Association Between Polygenic Risk Score and the Progression from Mild Cognitive Impairment to Alzheimer's Disease.

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2021-10-13

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Abstract

Mild cognitive impairment (MCI) is a heterogeneous condition and MCI patients are at increased risk of progression to dementia due to Alzheimer's disease (AD). In this study, we aim to evaluate the associations between polygenic risk scores (PRSs) and 1) time to AD progression from MCI, 2) changes in longitudinal cognitive impairment, and 3) biomarkers from cerebrospinal fluid and imaging. We constructed PRS by using 40 independent non-APOE SNPs from well-replicated AD GWASs and tested its association with the progression time from MCI to AD by using 767 MCI patients from the ADNI study and 1373 patients from the NACC study. PRSs calculated with other methods were also computed. We found that the PRS constructed with SNPs that reached genome-wide significance predicted the progression from MCI to AD (beta = 0.182, se = 0.061, p = 0.003) after adjusting for the demographic and clinical variables. This association was replicated in the NACC dataset (beta = 0.094, se = 0.037, p = 0.009). Further analyses revealed that PRS was associated with the increased ADAS-Cog11/ADAS-Cog13/ADASQ4 scores, tau/ptau levels, and cortical amyloid burdens (PIB and AV45), but decreased hippocampus and entorhinal cortex volumes (p <  0.05). Mediation analysis showed that the effect of PRS on the increased risk of AD may be mediated by Aβ 42 (beta = 0.056, SE = 0.026, p = 0.036). Our findings suggest that PRS can be useful for the prediction of time to AD and other clinical changes after the diagnosis of MCI.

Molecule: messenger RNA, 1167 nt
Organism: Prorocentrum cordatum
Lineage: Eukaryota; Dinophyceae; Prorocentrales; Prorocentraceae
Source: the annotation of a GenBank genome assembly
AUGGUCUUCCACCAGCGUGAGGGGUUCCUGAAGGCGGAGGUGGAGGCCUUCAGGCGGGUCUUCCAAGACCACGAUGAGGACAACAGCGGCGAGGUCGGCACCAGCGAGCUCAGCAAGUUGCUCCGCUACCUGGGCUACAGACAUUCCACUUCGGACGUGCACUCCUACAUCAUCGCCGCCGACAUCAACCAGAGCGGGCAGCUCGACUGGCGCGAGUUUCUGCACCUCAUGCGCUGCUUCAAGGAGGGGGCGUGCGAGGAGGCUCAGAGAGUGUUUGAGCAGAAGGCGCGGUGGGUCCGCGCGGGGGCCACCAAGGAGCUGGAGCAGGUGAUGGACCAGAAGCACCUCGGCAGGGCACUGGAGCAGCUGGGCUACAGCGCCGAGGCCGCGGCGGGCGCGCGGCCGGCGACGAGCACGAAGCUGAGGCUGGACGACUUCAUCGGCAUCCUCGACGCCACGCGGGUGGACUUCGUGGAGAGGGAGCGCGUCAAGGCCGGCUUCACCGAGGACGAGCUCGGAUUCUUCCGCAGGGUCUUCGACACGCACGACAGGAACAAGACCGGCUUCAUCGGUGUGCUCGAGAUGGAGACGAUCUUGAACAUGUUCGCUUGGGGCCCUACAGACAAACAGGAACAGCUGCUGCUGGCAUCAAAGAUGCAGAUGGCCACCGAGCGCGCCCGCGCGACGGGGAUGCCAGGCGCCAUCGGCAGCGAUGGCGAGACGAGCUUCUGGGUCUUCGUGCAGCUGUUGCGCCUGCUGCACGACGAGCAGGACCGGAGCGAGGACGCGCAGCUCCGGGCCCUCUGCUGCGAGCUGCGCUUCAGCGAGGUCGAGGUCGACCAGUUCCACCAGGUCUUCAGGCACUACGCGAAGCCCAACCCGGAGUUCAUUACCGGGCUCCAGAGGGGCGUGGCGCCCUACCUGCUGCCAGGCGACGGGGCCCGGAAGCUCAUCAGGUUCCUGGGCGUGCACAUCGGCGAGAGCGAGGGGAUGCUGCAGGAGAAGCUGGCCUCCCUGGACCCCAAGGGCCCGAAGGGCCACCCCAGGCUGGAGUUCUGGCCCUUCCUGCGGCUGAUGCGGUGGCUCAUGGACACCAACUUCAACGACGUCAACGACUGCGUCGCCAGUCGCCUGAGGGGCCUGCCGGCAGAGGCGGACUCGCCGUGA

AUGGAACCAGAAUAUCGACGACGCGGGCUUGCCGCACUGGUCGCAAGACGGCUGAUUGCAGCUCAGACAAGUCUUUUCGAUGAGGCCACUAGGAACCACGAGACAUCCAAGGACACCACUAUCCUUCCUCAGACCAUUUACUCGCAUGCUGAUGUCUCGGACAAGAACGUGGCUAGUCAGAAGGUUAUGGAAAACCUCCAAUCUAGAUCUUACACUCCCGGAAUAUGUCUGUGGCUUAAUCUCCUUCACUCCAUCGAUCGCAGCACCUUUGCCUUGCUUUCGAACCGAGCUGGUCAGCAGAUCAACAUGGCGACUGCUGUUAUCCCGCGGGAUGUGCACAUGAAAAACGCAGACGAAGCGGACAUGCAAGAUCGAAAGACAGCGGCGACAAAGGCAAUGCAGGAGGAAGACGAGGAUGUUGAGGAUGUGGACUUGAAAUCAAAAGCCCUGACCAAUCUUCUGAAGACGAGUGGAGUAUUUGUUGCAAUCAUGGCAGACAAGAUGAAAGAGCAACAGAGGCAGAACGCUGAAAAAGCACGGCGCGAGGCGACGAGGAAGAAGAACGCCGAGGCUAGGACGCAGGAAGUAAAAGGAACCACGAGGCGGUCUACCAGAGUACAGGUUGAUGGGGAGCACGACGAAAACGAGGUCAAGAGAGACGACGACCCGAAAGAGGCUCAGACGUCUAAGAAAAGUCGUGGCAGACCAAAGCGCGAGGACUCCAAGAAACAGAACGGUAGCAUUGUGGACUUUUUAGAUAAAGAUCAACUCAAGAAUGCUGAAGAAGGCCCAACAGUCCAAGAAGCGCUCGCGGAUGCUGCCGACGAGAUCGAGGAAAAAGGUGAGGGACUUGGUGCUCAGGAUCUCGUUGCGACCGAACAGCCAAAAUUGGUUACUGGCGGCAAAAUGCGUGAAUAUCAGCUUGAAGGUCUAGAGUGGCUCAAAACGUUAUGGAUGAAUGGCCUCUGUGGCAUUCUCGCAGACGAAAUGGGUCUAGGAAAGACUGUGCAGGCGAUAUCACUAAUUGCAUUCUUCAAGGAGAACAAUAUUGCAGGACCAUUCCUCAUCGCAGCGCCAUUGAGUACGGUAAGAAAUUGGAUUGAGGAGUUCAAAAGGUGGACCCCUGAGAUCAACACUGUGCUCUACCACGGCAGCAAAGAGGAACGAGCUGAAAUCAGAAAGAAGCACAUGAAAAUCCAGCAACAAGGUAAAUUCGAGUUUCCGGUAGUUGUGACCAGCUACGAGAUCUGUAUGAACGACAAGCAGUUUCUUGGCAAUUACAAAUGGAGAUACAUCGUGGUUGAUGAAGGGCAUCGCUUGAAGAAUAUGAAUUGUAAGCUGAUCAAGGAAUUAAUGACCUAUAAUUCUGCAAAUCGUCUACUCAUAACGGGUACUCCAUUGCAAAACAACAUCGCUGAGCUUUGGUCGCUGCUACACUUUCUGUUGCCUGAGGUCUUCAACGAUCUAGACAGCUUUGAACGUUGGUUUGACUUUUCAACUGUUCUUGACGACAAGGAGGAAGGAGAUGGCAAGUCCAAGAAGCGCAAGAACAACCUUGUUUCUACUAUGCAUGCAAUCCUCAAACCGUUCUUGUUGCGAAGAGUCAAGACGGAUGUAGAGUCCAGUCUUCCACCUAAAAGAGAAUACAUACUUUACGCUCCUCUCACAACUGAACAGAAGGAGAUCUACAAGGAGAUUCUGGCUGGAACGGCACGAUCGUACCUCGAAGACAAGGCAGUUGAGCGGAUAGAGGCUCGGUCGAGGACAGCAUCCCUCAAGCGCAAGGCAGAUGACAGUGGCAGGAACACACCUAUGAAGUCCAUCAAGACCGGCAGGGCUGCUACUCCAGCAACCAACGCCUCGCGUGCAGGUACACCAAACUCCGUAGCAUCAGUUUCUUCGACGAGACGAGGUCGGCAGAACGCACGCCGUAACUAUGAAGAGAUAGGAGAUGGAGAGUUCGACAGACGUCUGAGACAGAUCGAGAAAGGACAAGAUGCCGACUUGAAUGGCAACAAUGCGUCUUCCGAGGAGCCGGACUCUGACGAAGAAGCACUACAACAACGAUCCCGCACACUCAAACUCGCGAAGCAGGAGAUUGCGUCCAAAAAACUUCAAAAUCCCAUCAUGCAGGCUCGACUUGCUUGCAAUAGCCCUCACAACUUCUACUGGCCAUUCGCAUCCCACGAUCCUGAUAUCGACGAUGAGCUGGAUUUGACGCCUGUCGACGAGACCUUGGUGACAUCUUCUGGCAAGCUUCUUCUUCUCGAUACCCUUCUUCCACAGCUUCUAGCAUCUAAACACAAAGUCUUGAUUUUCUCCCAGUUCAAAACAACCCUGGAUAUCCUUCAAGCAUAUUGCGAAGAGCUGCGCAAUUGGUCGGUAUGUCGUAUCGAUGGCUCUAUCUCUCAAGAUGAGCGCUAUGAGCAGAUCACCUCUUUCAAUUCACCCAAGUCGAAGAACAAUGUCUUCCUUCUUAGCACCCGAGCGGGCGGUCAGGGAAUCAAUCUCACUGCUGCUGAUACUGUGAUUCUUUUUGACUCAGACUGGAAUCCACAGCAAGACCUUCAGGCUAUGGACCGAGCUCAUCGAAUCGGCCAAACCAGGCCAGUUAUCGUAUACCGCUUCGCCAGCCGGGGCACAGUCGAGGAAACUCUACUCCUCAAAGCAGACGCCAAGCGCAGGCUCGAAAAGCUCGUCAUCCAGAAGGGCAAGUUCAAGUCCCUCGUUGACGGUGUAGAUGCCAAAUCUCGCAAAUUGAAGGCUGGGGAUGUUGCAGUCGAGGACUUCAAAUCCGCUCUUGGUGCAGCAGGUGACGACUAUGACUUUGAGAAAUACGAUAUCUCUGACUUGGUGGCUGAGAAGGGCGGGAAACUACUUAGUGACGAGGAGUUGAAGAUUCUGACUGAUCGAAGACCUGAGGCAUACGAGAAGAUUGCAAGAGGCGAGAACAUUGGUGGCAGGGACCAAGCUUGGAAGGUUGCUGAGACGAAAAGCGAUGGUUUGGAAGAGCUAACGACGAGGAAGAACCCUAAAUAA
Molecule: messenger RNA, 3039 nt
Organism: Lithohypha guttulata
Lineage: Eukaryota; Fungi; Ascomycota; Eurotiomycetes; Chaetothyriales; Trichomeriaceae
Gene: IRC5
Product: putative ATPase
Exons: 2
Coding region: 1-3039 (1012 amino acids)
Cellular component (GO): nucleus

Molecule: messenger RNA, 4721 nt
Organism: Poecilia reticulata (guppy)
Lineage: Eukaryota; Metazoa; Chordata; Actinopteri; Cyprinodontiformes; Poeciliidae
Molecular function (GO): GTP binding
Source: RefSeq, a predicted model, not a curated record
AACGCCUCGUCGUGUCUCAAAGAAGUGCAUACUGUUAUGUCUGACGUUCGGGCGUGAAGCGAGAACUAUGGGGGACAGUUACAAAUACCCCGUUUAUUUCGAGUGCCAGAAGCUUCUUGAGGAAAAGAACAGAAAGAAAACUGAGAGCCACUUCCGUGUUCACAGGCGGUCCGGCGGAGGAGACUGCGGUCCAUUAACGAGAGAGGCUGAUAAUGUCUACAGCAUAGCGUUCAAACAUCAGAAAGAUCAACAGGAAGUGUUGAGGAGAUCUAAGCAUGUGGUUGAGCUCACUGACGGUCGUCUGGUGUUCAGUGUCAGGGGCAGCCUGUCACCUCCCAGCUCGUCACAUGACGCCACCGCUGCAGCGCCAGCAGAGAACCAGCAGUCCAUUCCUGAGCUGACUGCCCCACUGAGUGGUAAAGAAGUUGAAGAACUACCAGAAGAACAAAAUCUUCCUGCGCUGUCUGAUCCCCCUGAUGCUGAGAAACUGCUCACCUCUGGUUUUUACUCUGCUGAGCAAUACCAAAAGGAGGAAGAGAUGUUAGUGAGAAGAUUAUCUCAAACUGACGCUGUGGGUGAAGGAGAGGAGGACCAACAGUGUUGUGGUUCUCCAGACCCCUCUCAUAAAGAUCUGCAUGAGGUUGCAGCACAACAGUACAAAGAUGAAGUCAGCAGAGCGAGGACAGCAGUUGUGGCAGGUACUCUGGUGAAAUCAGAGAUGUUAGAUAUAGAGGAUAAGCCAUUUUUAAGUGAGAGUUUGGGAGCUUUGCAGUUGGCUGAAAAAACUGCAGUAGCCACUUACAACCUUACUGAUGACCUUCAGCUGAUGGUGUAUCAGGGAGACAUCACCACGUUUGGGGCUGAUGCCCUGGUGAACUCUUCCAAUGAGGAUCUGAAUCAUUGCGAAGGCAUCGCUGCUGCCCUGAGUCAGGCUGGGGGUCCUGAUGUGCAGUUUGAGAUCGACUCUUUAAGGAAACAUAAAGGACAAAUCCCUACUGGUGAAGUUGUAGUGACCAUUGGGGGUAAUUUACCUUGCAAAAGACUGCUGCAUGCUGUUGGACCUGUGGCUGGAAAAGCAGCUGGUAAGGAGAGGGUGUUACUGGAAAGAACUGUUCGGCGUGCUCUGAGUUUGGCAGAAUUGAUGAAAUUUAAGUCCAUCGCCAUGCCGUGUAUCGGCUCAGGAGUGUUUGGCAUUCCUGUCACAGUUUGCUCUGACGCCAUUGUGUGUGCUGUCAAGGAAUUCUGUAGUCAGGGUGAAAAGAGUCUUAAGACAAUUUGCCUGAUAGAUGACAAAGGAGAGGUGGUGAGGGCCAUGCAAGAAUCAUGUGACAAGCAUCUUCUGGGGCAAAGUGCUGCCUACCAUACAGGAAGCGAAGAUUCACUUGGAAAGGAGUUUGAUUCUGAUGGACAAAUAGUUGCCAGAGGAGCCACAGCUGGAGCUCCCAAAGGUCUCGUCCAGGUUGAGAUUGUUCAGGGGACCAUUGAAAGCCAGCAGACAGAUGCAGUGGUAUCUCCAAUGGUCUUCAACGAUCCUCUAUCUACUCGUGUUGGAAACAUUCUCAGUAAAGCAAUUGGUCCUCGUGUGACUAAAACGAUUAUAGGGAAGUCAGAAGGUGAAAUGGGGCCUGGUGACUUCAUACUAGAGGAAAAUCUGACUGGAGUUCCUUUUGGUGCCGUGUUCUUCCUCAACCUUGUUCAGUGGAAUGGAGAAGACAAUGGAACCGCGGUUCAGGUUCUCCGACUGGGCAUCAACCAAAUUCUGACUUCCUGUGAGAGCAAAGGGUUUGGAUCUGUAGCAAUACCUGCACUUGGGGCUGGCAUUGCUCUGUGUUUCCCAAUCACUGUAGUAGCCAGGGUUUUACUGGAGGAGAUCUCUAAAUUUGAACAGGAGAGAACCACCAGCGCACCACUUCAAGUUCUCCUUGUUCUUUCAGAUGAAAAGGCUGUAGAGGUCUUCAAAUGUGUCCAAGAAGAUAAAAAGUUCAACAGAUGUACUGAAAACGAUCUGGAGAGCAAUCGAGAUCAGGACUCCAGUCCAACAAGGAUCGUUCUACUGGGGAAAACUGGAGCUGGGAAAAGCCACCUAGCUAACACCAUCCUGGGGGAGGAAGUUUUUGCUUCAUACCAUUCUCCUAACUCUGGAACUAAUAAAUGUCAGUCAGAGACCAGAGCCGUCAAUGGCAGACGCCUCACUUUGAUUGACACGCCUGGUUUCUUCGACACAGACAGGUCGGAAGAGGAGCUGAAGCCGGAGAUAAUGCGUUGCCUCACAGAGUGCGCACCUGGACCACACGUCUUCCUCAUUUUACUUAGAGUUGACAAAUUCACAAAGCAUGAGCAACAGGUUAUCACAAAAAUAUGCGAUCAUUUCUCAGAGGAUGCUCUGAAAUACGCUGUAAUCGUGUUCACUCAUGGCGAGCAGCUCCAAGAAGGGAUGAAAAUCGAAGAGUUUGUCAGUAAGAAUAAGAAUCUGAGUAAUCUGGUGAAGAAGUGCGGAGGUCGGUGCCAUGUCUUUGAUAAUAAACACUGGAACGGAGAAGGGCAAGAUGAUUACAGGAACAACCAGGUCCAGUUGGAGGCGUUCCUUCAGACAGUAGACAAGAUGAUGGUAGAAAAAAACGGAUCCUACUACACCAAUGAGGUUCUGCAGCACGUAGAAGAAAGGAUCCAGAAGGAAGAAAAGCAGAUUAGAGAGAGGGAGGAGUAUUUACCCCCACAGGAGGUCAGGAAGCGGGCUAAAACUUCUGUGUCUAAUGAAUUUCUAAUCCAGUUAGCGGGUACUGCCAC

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10.3233/jad-210700

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Liu, Hongliang, Michael Lutz, Sheng Luo and undefined Alzheimer’s Disease Neuroimaging Initiative (2021). Association Between Polygenic Risk Score and the Progression from Mild Cognitive Impairment to Alzheimer's Disease. Journal of Alzheimer's disease : JAD. pp. 1–13. 10.3233/jad-210700 Retrieved from https://hdl.handle.net/10161/23954.

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Scholars@Duke

Lutz

Michael William Lutz

Professor in Neurology

Developing and using computational biology methods to understand the genetic basis of disease with a focus on Alzheimer’s Disease.   Recent work has focused on identification and validation of clinically-relevant biomarkers for Alzheimer’s disease and Alzheimer’s disease with Lewy bodies.

Luo

Sheng Luo

Professor of Biostatistics & Bioinformatics

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